The Gallup 2017 State of the American Workplace report is the finger on the pulse of employees in America – how much they love or hate their work, when they’ll leave, and how engaged they are. The purpose of the report is to give leaders the statistics they need to optimize their ability to attract, retain, and engage talent.
Since the expectations, needs and wants of workers is a moving target – it changes by age, economic climate, political uncertainty, etc. – the findings of the report change every year. But there has been a definitive trend on engagement.
Actually, the lack of engagement.
And we think this is because while the expectations, needs and wants of workers have been changing, the businesses they work for haven’t been responsive. Today’s workers need to feel part of something larger, invested in a purpose, and supported as whole human beings. But don’t let us tell you. Here’s what Gallup has to say about employee engagement in 2017.
“Most workers…approach a role and a company with a highly defined set of expectations. They want their work to have meaning and purpose.” – p.5
This is an increasing factor in millennial hires, and considering they are now the majority of the workforce, this is an expectation that will transform the way in which we do business.
“What is most important is that candidates come away with a sense of why a company exists, what its reputation is and how it is positioned to capture more customers. Any company can say it has been around for ‘x’ number of years, but employees need to hear a story that resonates with them — one that is unique, genuine and compelling.” – p.28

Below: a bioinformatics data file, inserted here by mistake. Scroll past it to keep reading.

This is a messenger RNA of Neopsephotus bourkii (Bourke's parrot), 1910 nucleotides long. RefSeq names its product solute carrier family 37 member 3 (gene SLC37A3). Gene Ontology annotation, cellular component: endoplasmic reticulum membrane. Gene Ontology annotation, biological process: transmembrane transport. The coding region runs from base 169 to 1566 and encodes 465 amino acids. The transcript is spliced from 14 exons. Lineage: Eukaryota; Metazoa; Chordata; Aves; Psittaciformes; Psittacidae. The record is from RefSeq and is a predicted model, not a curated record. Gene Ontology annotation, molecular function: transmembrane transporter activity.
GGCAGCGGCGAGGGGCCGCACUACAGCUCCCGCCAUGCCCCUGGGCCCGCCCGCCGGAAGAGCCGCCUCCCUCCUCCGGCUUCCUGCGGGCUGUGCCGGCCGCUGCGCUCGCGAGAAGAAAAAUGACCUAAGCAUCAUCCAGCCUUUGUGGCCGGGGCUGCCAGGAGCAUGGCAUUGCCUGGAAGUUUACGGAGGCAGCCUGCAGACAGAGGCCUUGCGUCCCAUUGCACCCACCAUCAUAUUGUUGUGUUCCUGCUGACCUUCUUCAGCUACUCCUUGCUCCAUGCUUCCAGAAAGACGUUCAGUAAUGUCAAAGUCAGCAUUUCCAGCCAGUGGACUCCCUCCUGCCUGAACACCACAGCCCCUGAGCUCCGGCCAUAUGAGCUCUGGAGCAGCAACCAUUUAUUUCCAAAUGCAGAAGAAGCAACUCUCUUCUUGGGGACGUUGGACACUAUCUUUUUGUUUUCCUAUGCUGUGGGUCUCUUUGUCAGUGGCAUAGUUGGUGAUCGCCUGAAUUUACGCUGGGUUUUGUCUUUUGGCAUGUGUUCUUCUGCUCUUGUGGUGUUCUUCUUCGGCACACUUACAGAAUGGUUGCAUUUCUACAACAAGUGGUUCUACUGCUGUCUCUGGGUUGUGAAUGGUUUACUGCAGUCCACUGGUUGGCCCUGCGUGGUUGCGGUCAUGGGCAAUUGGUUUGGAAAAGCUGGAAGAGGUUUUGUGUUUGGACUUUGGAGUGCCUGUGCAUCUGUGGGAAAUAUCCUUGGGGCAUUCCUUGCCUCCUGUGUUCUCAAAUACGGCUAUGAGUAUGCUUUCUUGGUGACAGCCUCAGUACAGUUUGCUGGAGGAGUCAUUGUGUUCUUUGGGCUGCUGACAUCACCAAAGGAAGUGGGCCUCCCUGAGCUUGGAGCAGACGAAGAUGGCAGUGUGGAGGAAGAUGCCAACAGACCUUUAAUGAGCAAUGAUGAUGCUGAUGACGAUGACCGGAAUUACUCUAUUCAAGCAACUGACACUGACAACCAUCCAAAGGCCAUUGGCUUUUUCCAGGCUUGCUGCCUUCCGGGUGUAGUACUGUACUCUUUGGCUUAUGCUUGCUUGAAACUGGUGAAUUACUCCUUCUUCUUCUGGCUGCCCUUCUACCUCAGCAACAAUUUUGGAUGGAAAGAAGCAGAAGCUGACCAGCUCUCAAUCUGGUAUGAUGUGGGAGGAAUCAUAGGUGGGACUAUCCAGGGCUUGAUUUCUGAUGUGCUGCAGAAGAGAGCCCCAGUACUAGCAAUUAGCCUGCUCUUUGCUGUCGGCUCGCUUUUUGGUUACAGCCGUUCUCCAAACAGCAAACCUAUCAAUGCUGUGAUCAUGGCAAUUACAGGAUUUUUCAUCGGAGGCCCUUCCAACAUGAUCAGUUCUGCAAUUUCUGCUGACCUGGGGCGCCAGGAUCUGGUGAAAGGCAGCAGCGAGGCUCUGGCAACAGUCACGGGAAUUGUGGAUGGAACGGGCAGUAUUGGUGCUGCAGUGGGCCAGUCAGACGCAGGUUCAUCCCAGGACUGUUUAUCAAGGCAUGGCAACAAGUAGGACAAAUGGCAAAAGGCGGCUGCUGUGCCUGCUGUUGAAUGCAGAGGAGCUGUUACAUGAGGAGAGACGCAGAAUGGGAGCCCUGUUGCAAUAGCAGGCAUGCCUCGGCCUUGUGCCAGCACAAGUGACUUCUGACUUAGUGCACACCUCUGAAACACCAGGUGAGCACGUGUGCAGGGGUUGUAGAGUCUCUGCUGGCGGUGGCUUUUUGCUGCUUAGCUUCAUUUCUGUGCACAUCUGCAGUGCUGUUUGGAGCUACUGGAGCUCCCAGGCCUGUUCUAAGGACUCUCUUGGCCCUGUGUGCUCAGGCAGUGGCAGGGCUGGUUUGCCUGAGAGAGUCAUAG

Your employees are the first and best ambassadors of your brand. They’re at every customer touchpoint. Their opinion of you matters, because that is the feeling they’ll translate to your customers.
“Employees want to feel good about their organization and what it offers the world. They want to be able to say, ‘I like what this company stands for.’ If employees do not believe in their company or do not believe the company can successfully uphold its brand or reputation, they are likely to look for a different job.” – p.29
This is what we call an “Engaged Purpose.” It’s the higher purpose everyone in your company can align with and work towards, and it should be something that has a positive impact on people and the world.
“Highly engaged business units achieve a 10% increase in customer metrics and a 20% increase in sales.” – p. 69
Engagement isn’t just good to have, it’s good business.
“Employees who are actively disengaged have the opposite effect on their organization’s prosperity and growth. They are more likely to steal from their company, negatively influence their co-workers, miss work days and drive customers away. Gallup estimates that actively disengaged employees cost the U.S. $483 billion to $605 billion each year in lost productivity.” – p.19
We think that cost is a conservative estimate. You don’t have to be actively disengaged to be less productive and deliver lower quality work – passively disengaged employees do so too, and when you have enough of them, create a culture of mediocrity. And that will cost you customers.